Researchers hone in on a way to predict aggressiveness of oral cancer

July 2, 2014

Studying mouth cancer in mice, researchers have found a way to predict the aggressiveness of similar tumors in people, an early step toward a diagnostic test that could guide treatment, according to researchers at Washington University School of Medicine in St. Louis. Reporting in Clinical Cancer Research, the investigators found a consistent pattern of gene expression associated with tumor spreading in mice. Analyzing genetic data from human oral cancer samples, they also found this gene signature in people with aggressive metastatic tumors.

The researchers showed that exposure to a known carcinogen sometimes produced tumors in the mice that did not spread, but other times resulted in aggressive metastatic tumors, similar to the variety of tumors seen in people. They then collaborated with the Genome Institute at Washington University to find out whether the mouse and human tumors also were genetically similar. They compared their mouse sequences to human data sets from The Cancer Genome Atlas (TCGA). They found that “many of the genetic mutations present in the mouse tumors also were found in human head and neck cancers,” according to coauthor Ravindra Uppaluri, MD, PhD.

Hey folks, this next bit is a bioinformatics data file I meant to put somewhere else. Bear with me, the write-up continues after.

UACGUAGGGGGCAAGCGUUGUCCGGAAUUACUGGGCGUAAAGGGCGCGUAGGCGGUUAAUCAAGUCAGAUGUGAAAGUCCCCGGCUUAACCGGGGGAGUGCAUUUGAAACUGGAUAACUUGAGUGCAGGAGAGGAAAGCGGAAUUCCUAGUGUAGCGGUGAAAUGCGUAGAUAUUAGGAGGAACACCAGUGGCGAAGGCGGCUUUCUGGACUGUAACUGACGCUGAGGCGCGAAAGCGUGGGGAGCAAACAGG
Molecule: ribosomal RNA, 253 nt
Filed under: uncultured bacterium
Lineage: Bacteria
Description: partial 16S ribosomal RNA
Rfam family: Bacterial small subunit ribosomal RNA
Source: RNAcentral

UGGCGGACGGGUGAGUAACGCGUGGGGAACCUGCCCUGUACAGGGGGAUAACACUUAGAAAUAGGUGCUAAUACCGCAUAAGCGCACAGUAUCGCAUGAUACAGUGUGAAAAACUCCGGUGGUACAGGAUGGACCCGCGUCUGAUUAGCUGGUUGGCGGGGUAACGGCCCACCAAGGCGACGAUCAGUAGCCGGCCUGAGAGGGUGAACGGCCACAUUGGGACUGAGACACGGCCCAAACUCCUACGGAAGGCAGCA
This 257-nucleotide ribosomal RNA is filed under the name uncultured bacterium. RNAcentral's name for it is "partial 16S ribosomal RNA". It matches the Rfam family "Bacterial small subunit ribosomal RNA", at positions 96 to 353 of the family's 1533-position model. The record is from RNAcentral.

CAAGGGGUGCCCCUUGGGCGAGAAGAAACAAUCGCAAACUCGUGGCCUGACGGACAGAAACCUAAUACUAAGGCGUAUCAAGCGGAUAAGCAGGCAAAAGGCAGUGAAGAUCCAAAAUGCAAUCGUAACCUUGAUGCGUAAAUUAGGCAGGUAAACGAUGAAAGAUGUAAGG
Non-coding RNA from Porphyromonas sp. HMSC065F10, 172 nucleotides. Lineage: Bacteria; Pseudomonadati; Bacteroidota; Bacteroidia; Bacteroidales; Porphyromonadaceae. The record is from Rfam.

Further analysis identified a common signature in the expression of about 120 genes that was associated with the more aggressive tumors, whether in mice or people. The researchers confirmed this signature using data collected from 324 human patients. Subsequently, using oral cancer samples from patients, they developed a proof-of-concept test from their signature that identified the aggressive tumors with about 93% accuracy.

Uppaluri has a patent pending on this technology and recently received funding from the Siteman Cancer Frontier Fund to develop a laboratory test that predicts aggressive disease and would be easily available for any patient diagnosed with head and neck cancer. Read the study abstract.

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